I should also say that this was using only the 87 octane fuel – we drive a mid-size car, so we get fairly good gas mileage anyway.

    • Beth says:

      We can only get ethanol gas in our state. It has really hurt our gas mileage. Each time they increase the ethanol in the gas our mileage gets worse. I use to get 35 miles a gallon and now I only get 20 to 21. At first they couldn’t figure why my mileage was down but that was the only that that changed.

  • Susan says:

    Never calculated this but we’re in the same boat as Kari…$.10 more per gallon around us.

  • Jenny Deramo says:

    When I drove a Tahoe, I did the math at the suggestion of a friend and using higher octane fuel consistently got me a few more miles per gallon and it did actually come out to less per mile. The friend drove a Suburban and found the same thing.

  • Susan says:

    We also had a truck that could use traditional gas or ethanol 85 and the E85 had to be at least $.50 cheaper per gallon to break even. It was rare to get it that much cheaper when we owned the truck and of course, as of yesterday it was $.76 cheaper!

    • Jen says:

      After doing the math with my dad, I totally agree that you need to have at least $0.50 difference between E85 and 87. My husband has been following this rule, unless he he plans on towing a trailer, and I have been happy that E85 has been $0.60 – $0.70 cheaper than 87!

      • Kristen says:

        It’s not something you can set a blanket amount for – it’s going to vary car by car. It totally will depend on how many more miles per gallon that $.50 gets you.

  • Lori says:

    Yes, we get much better mileage when we use 89 also. In our area, 89 can often times be about 10 cents more than 87 and those times we stick with 87 because it’s not that cost effective. But I’d say a good 50% of the time 89 costs the same as 87 (I don’t know what makes it change so) and that is when we use 89 and I always notice that my tank stays fuller longer.

  • dorothy says:

    I will politely disagree with the author of that tip and would suggest that you not use in in your upcoming book.

    Higher octane fuel doesn’t “do” anything differently than lower octane fuel. It doesn’t burn “better” or cleaner or more efficiently. Use what your car maker recommends for your vehicle.

    Spending .03 to save .01 is not a savings. Cars are sophisticated these days and unless your car has computer controlled ignition timing, using the octane rating is just throwing money into your tank that could be better served elsewhere.

    • Kristen says:

      You are misreading what I was saying. Please see my calculations below to understand how it adds up to over $100 per year in savings.

    • Camille says:

      Hi Dorothy — I was wondering if you have any sources or statistics to back up your comment. How do you know that the higher octane gas doesn’t “do” anything?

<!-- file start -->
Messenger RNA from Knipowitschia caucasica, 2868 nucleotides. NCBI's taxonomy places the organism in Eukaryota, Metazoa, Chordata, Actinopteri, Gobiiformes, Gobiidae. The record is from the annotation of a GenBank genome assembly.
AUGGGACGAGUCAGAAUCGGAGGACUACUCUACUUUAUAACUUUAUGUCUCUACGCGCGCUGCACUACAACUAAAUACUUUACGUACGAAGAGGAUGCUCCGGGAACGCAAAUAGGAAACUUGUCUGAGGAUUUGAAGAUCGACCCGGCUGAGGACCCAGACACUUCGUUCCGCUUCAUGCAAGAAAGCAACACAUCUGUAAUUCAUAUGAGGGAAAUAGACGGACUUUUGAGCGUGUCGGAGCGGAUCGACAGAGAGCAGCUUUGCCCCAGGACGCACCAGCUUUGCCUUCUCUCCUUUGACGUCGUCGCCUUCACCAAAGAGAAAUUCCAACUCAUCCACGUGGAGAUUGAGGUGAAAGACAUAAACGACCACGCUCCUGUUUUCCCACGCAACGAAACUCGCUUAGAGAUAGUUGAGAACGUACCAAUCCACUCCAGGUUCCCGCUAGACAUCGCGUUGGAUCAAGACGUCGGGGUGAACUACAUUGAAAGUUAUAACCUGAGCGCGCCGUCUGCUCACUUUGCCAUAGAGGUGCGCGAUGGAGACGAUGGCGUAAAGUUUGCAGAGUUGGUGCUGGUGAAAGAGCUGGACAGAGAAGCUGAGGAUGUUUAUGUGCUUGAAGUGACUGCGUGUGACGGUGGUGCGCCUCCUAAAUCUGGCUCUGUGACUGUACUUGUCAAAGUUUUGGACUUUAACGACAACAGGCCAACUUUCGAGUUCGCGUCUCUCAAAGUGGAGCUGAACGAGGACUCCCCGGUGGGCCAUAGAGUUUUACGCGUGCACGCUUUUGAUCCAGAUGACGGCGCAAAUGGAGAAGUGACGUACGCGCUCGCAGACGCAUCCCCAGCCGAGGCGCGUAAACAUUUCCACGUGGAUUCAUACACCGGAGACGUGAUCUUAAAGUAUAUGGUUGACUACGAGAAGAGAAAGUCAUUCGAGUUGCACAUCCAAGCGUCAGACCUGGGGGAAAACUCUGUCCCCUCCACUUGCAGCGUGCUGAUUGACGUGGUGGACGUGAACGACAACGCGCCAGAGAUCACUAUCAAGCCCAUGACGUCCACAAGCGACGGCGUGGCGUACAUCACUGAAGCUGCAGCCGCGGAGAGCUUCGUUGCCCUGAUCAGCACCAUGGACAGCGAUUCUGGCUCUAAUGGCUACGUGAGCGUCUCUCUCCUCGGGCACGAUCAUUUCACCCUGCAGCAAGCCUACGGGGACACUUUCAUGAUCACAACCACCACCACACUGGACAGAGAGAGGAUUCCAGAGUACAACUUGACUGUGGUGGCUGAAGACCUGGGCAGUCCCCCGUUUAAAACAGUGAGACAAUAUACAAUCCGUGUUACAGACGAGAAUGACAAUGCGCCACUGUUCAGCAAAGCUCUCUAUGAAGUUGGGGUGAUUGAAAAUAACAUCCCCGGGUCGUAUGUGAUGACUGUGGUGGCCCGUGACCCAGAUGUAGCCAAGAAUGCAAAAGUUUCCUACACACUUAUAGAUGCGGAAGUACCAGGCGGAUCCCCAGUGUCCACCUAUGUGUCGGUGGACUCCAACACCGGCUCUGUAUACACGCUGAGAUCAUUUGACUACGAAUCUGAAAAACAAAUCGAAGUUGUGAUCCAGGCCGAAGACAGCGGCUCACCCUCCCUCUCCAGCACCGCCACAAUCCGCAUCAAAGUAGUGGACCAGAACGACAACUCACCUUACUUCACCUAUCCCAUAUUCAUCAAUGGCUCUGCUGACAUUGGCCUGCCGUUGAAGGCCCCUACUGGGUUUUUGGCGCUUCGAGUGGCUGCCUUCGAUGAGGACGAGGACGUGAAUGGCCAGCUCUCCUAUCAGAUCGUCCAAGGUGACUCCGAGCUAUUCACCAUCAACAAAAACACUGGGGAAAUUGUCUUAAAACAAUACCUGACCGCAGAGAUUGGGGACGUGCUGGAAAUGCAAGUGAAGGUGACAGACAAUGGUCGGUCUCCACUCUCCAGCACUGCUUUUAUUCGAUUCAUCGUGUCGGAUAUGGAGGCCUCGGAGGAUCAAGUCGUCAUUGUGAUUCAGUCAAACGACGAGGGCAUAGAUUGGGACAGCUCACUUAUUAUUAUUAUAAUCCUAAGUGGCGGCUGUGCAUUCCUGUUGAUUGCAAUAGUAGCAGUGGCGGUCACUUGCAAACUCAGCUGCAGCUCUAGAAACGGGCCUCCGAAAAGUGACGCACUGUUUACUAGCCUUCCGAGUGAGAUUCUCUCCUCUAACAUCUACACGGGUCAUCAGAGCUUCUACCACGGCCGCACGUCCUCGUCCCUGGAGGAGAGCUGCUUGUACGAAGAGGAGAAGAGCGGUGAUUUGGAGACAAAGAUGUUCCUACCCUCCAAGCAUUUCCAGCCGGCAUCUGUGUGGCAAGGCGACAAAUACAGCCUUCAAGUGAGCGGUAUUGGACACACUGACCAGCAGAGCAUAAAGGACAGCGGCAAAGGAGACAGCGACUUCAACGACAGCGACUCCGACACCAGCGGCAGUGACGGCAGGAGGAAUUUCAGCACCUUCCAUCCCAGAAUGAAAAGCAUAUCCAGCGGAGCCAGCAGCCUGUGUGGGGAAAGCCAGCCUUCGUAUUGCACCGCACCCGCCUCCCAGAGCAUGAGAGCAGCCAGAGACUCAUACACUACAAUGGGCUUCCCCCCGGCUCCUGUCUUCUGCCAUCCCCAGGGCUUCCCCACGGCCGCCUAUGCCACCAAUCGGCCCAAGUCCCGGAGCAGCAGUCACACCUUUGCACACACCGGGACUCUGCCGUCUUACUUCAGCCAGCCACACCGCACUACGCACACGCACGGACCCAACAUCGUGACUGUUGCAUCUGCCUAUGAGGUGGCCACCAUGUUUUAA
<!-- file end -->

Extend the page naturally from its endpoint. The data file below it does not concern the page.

• dorothy says:

        I know about octane rating b/c I’ve taken high school chemistry, lol. I also live in the Motor City =) The octane rating just relates to how much pressure the fuel needs to spark. Lower number=less pressure=most cars. Really, only those vehicles with a high performance engine (and that’s not what most people have) require the higher octane for optimum performance. But don’t take my word for it—here’s a link to the FTC:

        • Wendy says:

          I totally agree with Dorothy and while maybe the author of this original tip has found this to be true, it would surprise me. (As far as why I believe this, I am a mechanical engineer and worked in the automotive industry for 14 years before becoming a SAHM.) The octane rating on gas is determined by the compression ratio of the engine. Higher performance engines have a higher compression ratio, and require a higher octane rating. Race cars that require gasoline usually take an octane rating around 110. You should never purchase a lower octane that what is recommended for your car because it can cause engine damage. If you buy a higher octane than recommended it will not harm it.

          That being said, perhaps the original author of the tip found a gas station with less ethanol or no ethanol in the higher octane fuel. Ethanol definitely decreases your fuel mileage. We have several gas stations in our area that offer ethanol free fuel, and on our large SUV we have found it increases the mileage about 1.5 mpg or about 15%. For our newer small car which already gets 35 mpg, we didn’t notice as much difference.

        • Camille says:

          Thanks. I did find that the US Dept of Energy does recommend using a higher octane if your engine is knocking and pinging (ours does). The link is below in the comments. Not that I tend to believe everything the government tells me, but it is another source saying that sometimes, in certain instances, higher octane gas may be better for the vehicle.

        • Camille says:

          I’m from Michigan as well, but I’m not sure that qualifies me as an expert on cars! 😉

          • dorothy says:

            that’s what the smiley face was for…trying to add a little levity to this fairly heated discussion.
            I just hate seeing people throw their money out the window (or in the tank) believing junk science that high octane fuel will burn better or cleaner or save your spark plugs or other such nonsense.

    • Crystal says:

      Dorothy: If it’s posted here, it’s not going in my book because only original, non-published-before tips are going in the book. Also, I’m not convinced that this would be the case for everyone, which is why I put it out for discussion.

      However, if you read how the author of this tip calculated this (see the edited post), you’ll see that it does seem they are actually saving money. But, like I said, I don’t believe this would be the case for everyone. It’s definitely something to consider, though.